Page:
Site Meter
|The Thirsty Theologian| |Sola Gratia| |Sola Fide| |Solus Christus| |Sola Scriptura| |Soli Deo Gloria| |Semper Reformanda|
|The Thirsty Theologian| |Sola Gratia| |Sola Fide| |Solus Christus| |Sola Scriptura| |Soli Deo Gloria| |Semper Reformanda|

Previous · Home · Next

God is most glorified in us when . . .

“God is most glorified in us when we are most satisfied in him.” —John Piper

I went to bed last night contemplating that well-worn assertion, and woke up this morning with it still on my mind. During the interim, I think it might even have made an appearance in that ephemeral fog of lost dreams.

This is the slogan of Piper’s Desiring God ministry and a summary of his teaching of “Christian hedonism” (an oxymoron if ever there was one), and although it probably contains a grain of truth—godliness with contentment is great gain (1 Timothy 6:6)—it has never set well with me.

That the satisfaction of fallible, sinful beings could be the ultimate measure of anything good simply cannot be right. We are naturally self-centered (hedonistic) beings. To be satisfied in God is surely a good thing, but at its center is our own pleasure, and no matter how sanctified we are, our pleasure—even our pleasure in God—is still about us. God may be glorified in it, but most glorified? I think not.

I was left wondering, then: How would I finish the statement, “God is most glorified in us when . . .”? It wasn’t an easy question. There are many ways in which we may glorify God, but my hang-up is with the word most. Maybe it’s not even a question we need to answer at all, but I’ll give it a shot.

I began by asking, who is God, and from whence is his glory derived? The answer is that God is entirely self-existant, therefore his glory originates from himself. He simply is glorious, always has been (John 17:5), and is in no way dependent on any part of his creation—that is, anything that exists outside of himself—to be so. He needs nothing, he needs no one.

The next question is, who are we, and what is our purpose? If God does not need us, then why did he create us? Our purpose, the reason for which we were created, is for God’s glory (Isaiah 43:7; see 1–7 for context). He didn’t need us for that purpose, but he wanted us for that purpose. We are his creation, made in his image (Genesis 1:26–27). That image has been disfigured through the Fall, when Adam sinned. Consequently, we are all born in sin (Psalm 51:5), subject to the wrath of God (Ephesians 2:3), from which we need to be saved. But there is nothing we can do to secure that salvation; we are entirely dependent on God (Ephesians 2:1–9). And we are dependent on him not only for our justification, which puts us in a right relationship to him, but for our sanctification, which makes the good works (v. 10) for which we were created possible (Philippians 2:12–13). Without him, we can do nothing (John 15:5).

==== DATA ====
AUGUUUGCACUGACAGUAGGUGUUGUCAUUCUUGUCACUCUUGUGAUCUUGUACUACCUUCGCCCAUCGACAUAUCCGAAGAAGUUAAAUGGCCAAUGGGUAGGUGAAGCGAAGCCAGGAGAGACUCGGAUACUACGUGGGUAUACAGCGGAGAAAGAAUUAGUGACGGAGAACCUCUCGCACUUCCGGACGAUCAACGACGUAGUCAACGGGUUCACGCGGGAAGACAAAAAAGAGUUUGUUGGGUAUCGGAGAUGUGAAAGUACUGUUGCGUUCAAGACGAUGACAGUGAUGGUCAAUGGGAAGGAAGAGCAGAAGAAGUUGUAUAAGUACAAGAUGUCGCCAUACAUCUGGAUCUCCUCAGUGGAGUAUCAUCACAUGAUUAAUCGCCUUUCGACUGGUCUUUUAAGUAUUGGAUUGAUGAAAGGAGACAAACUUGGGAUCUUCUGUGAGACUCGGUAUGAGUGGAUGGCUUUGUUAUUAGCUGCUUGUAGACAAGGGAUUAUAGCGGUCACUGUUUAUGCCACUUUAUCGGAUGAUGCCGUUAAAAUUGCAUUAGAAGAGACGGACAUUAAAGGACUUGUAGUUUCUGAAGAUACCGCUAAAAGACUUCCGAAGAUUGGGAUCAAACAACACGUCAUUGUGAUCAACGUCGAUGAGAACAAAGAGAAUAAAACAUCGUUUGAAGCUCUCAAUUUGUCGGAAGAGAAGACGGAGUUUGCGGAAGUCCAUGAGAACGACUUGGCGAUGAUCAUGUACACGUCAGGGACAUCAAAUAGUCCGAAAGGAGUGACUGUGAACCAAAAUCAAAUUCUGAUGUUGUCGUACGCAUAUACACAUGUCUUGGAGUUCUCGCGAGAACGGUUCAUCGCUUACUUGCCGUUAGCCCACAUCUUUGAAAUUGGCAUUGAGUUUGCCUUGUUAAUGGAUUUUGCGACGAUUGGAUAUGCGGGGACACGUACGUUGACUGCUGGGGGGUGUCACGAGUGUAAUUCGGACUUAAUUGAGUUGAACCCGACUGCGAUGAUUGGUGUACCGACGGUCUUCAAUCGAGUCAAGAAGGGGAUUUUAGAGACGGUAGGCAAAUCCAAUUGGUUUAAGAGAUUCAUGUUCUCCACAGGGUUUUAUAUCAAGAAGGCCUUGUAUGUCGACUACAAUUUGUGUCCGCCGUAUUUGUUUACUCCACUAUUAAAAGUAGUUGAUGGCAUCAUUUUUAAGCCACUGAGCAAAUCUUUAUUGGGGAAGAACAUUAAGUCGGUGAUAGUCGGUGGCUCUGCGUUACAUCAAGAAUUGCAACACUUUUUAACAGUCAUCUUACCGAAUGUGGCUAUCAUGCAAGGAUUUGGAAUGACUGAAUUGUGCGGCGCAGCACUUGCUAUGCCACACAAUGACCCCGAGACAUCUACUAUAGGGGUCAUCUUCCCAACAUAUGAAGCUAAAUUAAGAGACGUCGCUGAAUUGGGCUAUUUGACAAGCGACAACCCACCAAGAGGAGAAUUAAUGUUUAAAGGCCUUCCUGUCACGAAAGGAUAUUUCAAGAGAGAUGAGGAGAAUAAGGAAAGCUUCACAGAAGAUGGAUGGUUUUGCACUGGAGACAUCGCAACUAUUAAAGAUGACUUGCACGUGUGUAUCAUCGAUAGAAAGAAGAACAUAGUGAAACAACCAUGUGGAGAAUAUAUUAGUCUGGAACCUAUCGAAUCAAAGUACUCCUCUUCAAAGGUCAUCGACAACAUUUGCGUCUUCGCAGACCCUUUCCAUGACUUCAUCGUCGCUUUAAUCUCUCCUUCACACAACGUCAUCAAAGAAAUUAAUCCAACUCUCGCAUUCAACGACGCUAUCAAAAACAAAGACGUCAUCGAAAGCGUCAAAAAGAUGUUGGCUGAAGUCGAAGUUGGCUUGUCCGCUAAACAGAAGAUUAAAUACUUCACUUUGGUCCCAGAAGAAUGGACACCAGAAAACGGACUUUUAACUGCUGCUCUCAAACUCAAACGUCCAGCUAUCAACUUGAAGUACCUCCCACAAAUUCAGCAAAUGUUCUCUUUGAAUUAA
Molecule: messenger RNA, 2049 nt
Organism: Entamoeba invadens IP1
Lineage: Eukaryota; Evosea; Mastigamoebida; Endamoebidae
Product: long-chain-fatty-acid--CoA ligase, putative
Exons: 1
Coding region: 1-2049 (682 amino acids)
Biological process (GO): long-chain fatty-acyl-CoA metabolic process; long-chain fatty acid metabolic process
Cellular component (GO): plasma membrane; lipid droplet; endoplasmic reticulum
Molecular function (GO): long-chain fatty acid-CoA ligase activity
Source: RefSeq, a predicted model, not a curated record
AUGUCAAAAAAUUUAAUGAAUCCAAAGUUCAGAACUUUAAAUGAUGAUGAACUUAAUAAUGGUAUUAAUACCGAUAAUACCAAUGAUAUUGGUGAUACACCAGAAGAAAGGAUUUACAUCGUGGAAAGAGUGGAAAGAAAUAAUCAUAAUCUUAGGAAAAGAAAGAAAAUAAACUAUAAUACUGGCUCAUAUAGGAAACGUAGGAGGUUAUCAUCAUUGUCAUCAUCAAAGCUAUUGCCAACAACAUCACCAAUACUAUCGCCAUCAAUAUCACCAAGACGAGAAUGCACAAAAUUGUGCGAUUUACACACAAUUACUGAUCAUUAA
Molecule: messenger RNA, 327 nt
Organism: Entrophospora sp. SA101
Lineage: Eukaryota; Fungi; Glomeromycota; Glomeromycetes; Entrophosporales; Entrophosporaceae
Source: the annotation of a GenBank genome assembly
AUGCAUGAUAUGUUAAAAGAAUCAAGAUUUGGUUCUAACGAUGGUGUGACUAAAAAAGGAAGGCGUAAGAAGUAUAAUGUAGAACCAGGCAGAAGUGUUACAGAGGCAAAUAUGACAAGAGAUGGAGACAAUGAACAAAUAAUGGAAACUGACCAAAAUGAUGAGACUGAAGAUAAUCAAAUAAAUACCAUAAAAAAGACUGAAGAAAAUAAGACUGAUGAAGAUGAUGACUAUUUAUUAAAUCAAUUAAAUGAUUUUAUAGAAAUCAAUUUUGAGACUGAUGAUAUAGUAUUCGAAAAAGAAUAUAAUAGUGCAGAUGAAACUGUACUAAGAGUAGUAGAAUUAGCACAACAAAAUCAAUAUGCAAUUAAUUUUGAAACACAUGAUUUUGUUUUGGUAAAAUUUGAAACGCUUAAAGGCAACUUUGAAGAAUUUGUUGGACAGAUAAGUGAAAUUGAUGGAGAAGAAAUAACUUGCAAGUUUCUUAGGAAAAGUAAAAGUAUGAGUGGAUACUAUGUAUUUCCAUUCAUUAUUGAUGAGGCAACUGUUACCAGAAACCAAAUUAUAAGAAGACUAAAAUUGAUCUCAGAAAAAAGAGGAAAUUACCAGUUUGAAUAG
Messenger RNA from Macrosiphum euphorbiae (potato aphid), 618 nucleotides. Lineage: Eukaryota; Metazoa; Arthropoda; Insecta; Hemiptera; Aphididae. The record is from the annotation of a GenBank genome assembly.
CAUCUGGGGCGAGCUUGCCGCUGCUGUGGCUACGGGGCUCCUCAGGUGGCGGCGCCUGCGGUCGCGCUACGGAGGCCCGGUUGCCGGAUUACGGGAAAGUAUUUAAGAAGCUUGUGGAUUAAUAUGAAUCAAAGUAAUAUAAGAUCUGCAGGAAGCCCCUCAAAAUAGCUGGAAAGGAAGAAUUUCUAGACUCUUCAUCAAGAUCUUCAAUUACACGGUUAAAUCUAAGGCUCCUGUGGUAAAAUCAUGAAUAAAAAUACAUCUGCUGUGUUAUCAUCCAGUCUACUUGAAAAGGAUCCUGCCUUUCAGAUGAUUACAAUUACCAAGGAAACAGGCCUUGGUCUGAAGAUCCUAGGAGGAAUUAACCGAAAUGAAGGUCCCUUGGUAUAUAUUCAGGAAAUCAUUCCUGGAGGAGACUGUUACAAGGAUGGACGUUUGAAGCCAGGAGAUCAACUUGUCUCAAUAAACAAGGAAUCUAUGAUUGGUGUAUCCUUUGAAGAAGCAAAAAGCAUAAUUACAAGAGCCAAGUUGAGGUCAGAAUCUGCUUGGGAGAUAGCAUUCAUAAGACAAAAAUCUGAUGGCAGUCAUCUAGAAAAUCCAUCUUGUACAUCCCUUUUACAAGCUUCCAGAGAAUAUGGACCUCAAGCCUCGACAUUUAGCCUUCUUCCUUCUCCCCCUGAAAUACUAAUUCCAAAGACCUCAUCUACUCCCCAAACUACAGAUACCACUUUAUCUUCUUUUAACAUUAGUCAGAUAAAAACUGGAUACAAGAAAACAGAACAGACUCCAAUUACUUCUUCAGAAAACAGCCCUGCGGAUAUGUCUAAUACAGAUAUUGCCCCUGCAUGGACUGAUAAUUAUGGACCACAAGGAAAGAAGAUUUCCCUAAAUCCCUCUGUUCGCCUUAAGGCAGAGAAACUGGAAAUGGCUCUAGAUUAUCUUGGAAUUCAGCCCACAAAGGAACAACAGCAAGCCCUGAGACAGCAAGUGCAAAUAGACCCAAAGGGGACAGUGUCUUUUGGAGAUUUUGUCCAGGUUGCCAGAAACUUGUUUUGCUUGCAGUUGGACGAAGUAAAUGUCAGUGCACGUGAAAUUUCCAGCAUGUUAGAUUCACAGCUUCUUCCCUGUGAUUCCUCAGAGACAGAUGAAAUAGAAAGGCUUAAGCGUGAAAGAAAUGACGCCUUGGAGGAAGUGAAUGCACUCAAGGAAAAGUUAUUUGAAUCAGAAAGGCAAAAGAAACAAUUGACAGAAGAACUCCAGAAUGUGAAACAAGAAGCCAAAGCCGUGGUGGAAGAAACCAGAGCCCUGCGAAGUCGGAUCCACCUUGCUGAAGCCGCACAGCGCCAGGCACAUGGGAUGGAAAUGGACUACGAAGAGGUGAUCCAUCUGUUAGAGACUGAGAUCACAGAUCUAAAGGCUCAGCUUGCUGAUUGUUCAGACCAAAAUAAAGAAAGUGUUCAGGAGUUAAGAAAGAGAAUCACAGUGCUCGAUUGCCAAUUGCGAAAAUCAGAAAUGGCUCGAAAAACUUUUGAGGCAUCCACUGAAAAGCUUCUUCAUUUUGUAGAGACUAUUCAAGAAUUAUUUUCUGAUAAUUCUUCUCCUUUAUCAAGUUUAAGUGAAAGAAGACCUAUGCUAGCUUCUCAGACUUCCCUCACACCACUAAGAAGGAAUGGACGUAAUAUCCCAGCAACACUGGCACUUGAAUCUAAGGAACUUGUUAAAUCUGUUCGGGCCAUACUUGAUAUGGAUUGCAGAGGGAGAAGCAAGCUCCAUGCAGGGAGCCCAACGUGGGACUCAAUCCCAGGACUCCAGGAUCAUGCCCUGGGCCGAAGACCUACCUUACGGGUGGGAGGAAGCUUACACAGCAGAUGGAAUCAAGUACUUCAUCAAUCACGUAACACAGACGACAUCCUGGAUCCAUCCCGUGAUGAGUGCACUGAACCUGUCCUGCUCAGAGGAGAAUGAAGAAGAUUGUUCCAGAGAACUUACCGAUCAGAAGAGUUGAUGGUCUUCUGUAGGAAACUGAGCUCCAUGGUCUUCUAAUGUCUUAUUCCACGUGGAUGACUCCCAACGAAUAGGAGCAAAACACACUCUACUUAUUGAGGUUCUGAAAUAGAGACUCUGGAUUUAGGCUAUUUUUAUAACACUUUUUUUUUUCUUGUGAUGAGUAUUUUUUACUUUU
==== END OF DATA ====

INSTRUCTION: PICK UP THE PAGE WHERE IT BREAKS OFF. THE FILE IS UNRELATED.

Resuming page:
Yet, we try. The idea of total helplessness offends our pride, and we like to think, contrary to the testimony of scripture (Isaiah 64:6), that we can do something, however little. In doing so, we call God a liar, and declare our (at least partial) independence. This does anything but glorify him.

All we can do is throw ourselves on the mercy of God, acknowledging our helplessness, and trusting in his grace through the shed blood of Christ to reconcile us to himself. This is what will bring him the greatest glory.

God is most glorified in us when we are most dependent on him.

Posted 2019·04·17 by David Kjos
Share this post: Buffer
Email Print
Posted in:

← Previous · Home · Next →

Who Is Jesus?

The Gospel
What It Means to Be a Christian

Norma Normata
What I Believe

Westminster Bookstore

Comments on this post are closed. If you have a question or comment concerning this post, feel free to email me.